This latter-day corporate entry into organic is causing great friction. Industrial Food corporations have been buying up independent organic companies in an effort to maintain market share. Many of these corporate newcomers are acting like invaders by trying to make life easier for themselves by diluting organic integrity. Additionally, they are supporting Monsanto in the effort to prevent consumers from gaining their Right-to-Know GMOs. Their use of political and economic power to endanger traditional organic norms is being met with a firestorm of resistance by the authentic organic community. The organic community will continue to defend itself from these greed-driven invaders. We're not going away.

Jim

Three Questions.
Dear WPF.

    Hello.  I have looked everywhere I can think of on your website and can't find the answers that I am looking for so I hope it is alright to ask in this way.

1. Recently, I was digging through some parts of our garden preparing for next season and I dug up half a dozen or so small red potatoes that were just starting to sprout.  (This was on November 28, USDA zone 5/6, altitude 6,000, zip code 86512)  Not wanting to just throw them away I prepared a place for them, dug in a little goat bedding and manure, put down a very thin layer of chopped straw (to keep the potatoes from actually sitting on the manure, etc.) put down the potatoes, put a couple inches of soil over them and then put loose straw on top of that.  The problem I foresee is that we are just getting into real winter weather and these could freeze within the next couple of months.  So, how much straw can I pile on top of them to protect them and still have them find their way to the top come warmer weather?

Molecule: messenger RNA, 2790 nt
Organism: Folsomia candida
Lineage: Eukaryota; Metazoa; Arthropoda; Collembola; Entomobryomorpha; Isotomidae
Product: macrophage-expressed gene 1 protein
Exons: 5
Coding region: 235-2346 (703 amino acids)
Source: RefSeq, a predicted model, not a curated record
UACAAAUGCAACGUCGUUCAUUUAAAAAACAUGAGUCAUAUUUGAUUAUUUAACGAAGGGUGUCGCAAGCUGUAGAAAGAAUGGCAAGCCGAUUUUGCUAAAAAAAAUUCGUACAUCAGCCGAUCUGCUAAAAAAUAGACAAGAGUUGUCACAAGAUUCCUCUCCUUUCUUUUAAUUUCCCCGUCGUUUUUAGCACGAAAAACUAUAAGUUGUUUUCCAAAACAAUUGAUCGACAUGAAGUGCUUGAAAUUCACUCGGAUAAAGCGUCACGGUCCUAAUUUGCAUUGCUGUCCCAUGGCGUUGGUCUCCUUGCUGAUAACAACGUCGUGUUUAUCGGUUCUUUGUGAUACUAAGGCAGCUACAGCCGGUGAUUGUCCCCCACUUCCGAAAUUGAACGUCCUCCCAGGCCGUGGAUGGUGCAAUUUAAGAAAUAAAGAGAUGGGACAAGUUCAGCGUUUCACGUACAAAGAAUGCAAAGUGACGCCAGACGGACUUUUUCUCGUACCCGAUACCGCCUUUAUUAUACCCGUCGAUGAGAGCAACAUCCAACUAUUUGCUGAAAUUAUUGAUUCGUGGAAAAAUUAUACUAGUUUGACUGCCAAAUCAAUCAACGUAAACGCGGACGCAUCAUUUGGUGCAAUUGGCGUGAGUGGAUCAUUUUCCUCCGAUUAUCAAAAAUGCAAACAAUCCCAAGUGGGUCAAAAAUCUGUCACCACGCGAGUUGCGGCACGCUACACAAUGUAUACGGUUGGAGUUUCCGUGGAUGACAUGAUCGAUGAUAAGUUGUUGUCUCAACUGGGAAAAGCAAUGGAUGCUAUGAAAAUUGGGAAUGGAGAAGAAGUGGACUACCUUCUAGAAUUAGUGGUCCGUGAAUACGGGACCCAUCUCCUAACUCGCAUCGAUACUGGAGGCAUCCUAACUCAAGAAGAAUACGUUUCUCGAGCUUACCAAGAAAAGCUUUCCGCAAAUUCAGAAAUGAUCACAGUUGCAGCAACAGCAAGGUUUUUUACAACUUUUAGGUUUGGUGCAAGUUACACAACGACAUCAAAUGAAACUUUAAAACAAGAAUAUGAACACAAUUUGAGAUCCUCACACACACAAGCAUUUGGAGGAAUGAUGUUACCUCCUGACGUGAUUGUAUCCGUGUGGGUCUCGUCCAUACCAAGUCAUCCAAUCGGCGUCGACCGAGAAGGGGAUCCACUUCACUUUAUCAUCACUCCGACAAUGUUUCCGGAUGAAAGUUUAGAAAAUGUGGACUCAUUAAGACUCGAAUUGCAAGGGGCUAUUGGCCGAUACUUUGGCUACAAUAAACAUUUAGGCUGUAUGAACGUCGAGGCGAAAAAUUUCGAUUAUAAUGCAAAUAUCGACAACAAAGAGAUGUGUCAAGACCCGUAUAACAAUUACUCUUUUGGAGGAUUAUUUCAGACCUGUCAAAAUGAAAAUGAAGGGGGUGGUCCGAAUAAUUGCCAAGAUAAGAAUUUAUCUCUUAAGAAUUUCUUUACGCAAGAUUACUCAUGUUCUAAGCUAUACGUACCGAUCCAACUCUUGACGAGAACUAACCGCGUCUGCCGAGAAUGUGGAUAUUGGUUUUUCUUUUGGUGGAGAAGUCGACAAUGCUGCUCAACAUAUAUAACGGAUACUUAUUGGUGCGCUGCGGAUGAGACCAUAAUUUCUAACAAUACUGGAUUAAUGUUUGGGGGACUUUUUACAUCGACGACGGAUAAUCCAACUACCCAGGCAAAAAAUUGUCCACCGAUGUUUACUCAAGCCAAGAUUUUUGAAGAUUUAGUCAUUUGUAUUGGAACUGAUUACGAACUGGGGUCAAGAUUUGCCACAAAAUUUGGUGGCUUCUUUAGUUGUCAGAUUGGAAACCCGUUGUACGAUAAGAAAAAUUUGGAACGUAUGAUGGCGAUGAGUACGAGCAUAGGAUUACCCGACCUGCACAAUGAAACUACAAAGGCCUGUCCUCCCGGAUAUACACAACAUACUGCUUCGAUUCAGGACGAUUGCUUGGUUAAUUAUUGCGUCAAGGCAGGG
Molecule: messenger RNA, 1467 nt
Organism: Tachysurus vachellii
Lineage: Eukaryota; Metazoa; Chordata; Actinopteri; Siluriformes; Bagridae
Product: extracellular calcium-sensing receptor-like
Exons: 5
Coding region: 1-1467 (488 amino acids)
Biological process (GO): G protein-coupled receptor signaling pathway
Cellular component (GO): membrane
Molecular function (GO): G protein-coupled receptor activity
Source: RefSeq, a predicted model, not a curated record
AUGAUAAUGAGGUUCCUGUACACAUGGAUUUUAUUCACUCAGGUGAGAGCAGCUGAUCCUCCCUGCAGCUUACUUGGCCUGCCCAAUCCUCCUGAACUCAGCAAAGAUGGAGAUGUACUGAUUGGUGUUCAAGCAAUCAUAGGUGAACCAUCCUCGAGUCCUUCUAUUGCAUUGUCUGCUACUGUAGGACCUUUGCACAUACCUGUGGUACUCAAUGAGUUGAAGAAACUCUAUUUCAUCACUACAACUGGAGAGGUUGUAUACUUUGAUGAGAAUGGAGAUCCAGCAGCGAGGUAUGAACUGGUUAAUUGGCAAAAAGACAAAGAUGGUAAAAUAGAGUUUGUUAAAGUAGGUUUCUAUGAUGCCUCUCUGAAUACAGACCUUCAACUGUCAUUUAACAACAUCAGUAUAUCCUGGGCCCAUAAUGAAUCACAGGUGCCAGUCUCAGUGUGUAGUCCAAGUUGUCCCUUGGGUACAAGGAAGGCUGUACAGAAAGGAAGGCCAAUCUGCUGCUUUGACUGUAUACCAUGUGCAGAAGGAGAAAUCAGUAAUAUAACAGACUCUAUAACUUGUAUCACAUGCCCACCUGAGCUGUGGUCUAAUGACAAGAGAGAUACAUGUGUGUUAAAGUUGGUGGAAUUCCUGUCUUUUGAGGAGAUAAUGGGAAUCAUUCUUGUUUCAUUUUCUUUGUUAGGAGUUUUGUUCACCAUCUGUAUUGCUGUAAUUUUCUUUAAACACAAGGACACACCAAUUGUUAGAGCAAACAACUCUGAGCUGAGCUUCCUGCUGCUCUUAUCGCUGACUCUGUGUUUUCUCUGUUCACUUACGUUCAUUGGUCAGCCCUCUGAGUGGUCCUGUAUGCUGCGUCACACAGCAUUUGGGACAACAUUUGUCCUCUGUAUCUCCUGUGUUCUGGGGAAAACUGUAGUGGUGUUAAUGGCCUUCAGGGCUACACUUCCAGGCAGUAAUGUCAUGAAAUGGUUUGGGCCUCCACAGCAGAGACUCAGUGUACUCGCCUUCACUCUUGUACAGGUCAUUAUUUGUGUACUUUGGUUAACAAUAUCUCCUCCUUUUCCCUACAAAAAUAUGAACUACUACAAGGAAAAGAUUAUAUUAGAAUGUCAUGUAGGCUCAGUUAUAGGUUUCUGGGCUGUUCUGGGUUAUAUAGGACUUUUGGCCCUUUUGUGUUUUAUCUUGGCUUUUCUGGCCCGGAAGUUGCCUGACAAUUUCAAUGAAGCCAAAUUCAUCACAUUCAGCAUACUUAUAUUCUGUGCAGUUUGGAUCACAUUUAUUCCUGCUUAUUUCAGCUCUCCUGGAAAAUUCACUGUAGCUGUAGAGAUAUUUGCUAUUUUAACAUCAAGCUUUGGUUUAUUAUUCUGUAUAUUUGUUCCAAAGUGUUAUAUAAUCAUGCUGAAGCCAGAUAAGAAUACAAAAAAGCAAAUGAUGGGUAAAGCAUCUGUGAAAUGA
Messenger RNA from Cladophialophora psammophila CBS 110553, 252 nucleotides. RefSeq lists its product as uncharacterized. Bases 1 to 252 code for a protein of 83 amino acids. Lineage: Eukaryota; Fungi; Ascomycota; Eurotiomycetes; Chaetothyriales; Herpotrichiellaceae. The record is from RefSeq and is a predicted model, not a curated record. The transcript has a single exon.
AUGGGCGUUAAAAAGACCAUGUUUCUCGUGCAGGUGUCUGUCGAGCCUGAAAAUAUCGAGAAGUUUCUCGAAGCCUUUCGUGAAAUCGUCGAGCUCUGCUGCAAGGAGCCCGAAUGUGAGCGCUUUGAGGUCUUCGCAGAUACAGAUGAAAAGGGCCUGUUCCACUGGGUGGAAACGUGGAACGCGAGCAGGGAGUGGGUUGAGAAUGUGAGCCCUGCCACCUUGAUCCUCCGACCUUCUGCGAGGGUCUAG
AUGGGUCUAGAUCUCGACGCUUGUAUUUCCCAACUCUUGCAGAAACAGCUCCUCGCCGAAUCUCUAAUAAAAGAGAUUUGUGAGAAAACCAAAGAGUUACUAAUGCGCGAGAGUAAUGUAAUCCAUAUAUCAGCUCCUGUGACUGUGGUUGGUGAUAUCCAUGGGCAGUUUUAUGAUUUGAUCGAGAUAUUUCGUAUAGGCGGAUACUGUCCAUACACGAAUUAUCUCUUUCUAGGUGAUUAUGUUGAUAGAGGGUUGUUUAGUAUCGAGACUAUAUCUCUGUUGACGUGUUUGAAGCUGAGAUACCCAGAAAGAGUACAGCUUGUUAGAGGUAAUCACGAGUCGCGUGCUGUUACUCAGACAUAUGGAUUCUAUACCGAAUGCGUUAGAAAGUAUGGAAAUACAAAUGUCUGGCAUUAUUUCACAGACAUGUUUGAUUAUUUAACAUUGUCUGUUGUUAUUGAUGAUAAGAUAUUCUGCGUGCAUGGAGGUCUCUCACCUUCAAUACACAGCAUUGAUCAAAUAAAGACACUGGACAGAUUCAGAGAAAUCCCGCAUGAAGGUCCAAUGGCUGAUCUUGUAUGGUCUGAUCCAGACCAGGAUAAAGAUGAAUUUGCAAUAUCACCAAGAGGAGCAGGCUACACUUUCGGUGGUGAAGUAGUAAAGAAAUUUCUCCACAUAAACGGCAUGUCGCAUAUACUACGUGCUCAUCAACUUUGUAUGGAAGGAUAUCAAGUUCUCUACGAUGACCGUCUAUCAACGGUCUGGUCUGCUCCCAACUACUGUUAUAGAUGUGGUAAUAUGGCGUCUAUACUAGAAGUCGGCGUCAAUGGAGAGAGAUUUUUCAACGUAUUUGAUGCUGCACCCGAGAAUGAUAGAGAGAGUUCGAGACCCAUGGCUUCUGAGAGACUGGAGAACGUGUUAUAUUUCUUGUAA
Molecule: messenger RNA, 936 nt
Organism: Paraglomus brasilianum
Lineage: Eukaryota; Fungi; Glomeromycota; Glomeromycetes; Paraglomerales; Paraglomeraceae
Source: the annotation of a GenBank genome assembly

2. The other question I have is in regard to hilling the potatoes.  Your instructions say not to cover the leaves when hilling.  But the leaves start showing up as soon as the sprout breaks the surface, so how can I hill (with dirt or straw) without covering the leaves?

3. One other thing that I just thought of.  I have tried growing a few potatoes the last couple of years with very limited success (partly due to bad Colorado potato beetle infestation) but one of the things that I have run into is deciding when to harvest the potatoes.  The instructions say to wait for the plant to wilt but if I do that it seems like the newly developed potato then sprouts and tries to make its own tubers and the plants don't actually wilt until the frost hits them in the fall.

Thank you for any help and/or advice you can provide.


MT
WWW

WPF Replies.

1. I would err on the side of too much mulch - if need be remove some next Spring.

2. We 'throw' the soil in under the plants beginning at 6' height.  If a leaf here or there gets buried it's OK but you want to preserve as much leaf area as possible (photosynthetic energy factories).

3. One may harvest potatoes and eat them as soon as they are large enough to make harvesting worthwhile. The 'leaving them in the ground' advice is for potatoes one wants to store, but even then I would not wait as long as you describe.

Good luck!

Jim.


 Jim & Megan Gerritsen
 Wood Prairie Family Farm
 49 Kinney Road
 Bridgewater, Maine 04735
 (207) 429 - 9765 Certified Organic, Direct from the Farm
 www.woodprairie.com